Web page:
If you are in extreme pain from what may be a kidney stone, contact your doctor or seek help at a hospital emergency room. The doctor will order imaging tests such as an intravenous pyelogram or a spiral CT to check for stones. Blood and urine tests will also be performed.
An IVP is a special x-ray exam of your kidneys and other parts of your urinary system. This includes the tubes leading from the kidneys (ureters) and your bladder. A special dye is injected into your bloodstream through an IV so that the x-ray machine can pick up images of your kidneys and other parts of your urinary tract. The exam takes about an hour and should not be painful.
A spiral CT exam is another special type of x-ray. The spiral CT scan is a painless procedure that involves a highly advanced imaging machine. The machine rotates rapidly around the body taking over one hundred pictures in sequence. The scan is so sensitive that it can spot stones that are too small to be seen on a conventional x-ray.
You may be able to pass a stone through your urinary system without seeking medical treatment. Drink two to three quarts of water a day and stay physically active. You may take pain medication as needed. If you think you are about to pass a stone, urinate through a strainer or into a cup so that you can save the stone and give it to your doctor for testing.
Your doctor is the best source of information on the drug treatment choices available to you.
Surgical procedures are used to treat kidney stones that are too large to pass through the body on their own or are causing bleeding, kidney damage, or chronic urinary infections. The most commonly used procedure is shock wave lithotripsy (SWL), a process that breaks kidney stones into tiny fragments. Other procedures include percutaneous nephrolithotomy and ureteroscopic stone removal. Both of these procedures use miniature telescopes to look inside the kidney or ureter to remove stones.
SWL relies on shock waves to break kidney stones into fragments or crystals that can pass out of the body in the urine. It is most effective on stones located in the kidney or upper urinary tract that are no larger than about three-quarters of an inch or one centimeter across. A machine called a lithotripter is used to focus shock waves from outside the body onto the stone.
During SWL, you will be positioned in a water bath or asked to lie on a soft cushion while the shock waves are administered. You may be given a sedative just before the procedure to help you relax. Depending on patient and physician preferences, you may be given anesthesia instead. You will not feel the shock waves or experience pain from them; however, you will be given earphones to protect your ears from the noise they generate. Because several hundred shock waves will be needed to break up the stone, the procedure may last from half an hour to about two hours.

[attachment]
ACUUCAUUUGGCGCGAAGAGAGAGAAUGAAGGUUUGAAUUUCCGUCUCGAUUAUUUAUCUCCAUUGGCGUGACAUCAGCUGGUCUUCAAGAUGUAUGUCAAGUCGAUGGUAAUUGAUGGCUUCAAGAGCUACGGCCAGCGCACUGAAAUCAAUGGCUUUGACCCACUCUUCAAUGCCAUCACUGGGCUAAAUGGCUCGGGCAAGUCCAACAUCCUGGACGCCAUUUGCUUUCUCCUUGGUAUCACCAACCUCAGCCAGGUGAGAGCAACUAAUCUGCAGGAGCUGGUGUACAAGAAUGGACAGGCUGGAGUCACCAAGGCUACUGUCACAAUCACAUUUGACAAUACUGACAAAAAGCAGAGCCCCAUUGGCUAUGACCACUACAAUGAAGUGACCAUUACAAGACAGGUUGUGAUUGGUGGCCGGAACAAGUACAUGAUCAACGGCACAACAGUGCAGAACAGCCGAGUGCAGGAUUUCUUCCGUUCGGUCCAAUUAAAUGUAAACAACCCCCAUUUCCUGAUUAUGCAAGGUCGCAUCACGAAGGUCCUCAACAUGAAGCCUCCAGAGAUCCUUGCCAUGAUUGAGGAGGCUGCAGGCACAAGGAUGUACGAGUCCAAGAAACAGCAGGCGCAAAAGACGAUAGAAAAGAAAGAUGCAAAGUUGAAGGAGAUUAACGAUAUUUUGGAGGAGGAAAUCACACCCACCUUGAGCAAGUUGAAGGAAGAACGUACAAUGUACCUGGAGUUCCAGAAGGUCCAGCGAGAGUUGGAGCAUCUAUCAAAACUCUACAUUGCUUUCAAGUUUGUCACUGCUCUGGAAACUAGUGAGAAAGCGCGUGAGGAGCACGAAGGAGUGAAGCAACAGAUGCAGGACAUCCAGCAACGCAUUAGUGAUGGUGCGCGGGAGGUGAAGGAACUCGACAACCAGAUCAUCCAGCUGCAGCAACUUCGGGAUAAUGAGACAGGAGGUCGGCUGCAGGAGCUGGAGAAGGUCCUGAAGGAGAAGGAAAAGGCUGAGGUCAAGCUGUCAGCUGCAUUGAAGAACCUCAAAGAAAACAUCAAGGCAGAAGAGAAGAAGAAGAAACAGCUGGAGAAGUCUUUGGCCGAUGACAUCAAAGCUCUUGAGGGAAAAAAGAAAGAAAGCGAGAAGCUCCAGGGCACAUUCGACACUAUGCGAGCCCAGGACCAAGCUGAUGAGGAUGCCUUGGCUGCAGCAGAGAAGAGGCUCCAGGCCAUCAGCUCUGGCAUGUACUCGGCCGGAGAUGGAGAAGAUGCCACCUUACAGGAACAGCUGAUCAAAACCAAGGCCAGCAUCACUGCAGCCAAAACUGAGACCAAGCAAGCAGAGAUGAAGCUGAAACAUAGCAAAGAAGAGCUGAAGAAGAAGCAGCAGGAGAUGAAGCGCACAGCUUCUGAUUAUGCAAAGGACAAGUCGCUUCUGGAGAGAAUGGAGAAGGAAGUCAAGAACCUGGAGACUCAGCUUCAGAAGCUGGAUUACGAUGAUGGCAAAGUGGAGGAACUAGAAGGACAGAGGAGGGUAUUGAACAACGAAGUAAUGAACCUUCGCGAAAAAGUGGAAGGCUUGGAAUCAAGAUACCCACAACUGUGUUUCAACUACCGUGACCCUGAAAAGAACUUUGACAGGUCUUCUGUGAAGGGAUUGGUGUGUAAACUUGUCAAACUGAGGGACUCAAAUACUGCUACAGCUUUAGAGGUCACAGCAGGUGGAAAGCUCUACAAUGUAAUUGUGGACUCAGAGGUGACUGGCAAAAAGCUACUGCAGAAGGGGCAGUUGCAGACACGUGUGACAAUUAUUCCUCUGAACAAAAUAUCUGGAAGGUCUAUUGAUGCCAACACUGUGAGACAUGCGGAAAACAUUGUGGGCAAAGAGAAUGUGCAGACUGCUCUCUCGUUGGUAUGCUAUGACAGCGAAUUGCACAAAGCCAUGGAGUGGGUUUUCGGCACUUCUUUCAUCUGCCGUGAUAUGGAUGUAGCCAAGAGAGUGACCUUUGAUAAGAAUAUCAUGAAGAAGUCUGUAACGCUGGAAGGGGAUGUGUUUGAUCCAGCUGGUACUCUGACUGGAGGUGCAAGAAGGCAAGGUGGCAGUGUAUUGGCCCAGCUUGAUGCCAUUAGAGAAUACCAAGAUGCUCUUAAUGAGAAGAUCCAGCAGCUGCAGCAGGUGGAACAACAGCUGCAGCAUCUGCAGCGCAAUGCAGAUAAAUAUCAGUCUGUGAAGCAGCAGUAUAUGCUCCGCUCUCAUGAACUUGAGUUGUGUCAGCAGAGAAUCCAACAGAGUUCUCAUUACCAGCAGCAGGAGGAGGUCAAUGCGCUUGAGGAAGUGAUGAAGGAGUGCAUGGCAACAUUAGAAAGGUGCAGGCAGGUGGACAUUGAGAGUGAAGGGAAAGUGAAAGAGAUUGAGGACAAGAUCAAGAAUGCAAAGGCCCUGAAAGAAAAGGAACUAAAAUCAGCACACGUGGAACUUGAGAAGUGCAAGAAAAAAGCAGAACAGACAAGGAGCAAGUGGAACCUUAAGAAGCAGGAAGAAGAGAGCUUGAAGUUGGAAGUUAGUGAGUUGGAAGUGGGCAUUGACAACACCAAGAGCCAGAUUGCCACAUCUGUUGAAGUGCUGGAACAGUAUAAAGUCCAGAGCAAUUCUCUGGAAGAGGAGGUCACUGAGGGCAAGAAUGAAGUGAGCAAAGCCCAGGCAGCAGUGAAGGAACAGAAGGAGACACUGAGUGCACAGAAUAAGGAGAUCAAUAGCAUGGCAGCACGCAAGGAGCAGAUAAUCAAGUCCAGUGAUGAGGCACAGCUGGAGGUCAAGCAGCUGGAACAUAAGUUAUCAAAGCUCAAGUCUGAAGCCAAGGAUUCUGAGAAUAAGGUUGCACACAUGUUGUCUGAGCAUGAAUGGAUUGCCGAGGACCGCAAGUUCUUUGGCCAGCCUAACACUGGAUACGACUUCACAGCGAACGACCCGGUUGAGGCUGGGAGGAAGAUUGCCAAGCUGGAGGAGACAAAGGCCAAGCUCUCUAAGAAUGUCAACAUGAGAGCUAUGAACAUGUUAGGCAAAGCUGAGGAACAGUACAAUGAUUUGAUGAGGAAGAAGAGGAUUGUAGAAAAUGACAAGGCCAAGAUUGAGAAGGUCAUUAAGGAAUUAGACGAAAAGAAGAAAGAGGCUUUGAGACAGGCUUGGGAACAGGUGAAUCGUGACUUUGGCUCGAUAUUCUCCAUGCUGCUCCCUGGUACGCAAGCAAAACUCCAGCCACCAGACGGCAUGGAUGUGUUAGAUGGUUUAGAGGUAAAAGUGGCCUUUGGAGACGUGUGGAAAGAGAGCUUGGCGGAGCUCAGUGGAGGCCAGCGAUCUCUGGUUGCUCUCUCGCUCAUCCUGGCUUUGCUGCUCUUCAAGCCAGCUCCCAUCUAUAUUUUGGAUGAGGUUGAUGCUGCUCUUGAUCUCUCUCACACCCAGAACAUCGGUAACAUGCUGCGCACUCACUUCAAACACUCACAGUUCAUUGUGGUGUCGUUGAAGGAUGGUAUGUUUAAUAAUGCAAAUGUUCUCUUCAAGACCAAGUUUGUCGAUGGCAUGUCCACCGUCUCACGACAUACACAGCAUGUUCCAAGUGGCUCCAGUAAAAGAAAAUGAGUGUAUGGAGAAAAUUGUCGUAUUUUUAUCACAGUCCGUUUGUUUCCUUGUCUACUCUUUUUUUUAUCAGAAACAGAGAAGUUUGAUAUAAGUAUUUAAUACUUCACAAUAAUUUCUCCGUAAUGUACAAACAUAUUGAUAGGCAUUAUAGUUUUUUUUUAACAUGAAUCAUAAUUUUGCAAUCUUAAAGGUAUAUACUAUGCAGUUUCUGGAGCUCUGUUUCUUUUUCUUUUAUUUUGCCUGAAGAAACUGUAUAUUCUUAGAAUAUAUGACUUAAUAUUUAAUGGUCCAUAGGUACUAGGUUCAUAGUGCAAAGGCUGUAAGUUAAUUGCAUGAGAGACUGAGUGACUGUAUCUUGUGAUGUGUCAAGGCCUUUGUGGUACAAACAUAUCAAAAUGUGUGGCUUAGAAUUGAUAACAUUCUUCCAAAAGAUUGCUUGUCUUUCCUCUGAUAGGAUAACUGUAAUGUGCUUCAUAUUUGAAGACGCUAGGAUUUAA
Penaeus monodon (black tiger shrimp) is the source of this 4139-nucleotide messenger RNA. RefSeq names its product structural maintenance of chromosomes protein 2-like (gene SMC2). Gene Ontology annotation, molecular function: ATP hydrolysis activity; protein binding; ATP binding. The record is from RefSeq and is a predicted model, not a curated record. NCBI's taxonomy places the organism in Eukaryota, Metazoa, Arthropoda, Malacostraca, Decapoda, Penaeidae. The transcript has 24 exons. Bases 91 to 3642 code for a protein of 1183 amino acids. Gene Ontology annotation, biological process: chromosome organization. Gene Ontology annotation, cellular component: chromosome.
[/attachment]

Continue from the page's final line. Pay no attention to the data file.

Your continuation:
The success rate of SWL is 60% to 90%, depending on the location of the stone. Complications may include bruising on the back or abdomen, blood in the urine, and discomfort as the shattered fragments of the stone move through your urinary tract. You should be able to resume a normal schedule within a few days.
If an SWL procedure does not completely break up the kidney stone, you may need to undergo additional treatments. Your doctor also may perform ureteroscopic stone removal. In this procedure, a surgeon will insert a small telescope called a uretoscope into the ureter. The stone is then grasped with forceps and removed. A large stone may be shattered first with one of several different techniques. In addition to being used as a follow-up procedure to SWL, ureteroscopic stone removal is often used as a primary treatment to remove stones lodged in the ureter.
Percutaneous nephrolithotomy is used when SWL is not effective or the stone is exceptionally large or inaccessible. In this procedure, the surgeon makes a tiny incision in your back, then inserts a larger telescope called a nephroscope. The stone is then located and removed. Large stones are generally broken into smaller pieces before removal.
The prognosis depends on the cause of your kidney stone and your willingness to take medication, if prescribed, or follow other steps your doctor has recommended, such as diet and lifestyle changes. If you do not adhere to treatment recommendations, you may develop a new stone every two to three years. However, if you follow the prescribed recommendations, the medications and/or dietary changes can reduce your chance of forming another stone by 90% to 95%.
If you have had treatment for a kidney stone, such as SWL, but continue to experience pain, contact your physician. Some pieces of the stone may still be stuck in your urinary tract and will require additional treatment. Otherwise, follow the doctor’s recommendations for prevention of additional stones and routine check-ups.
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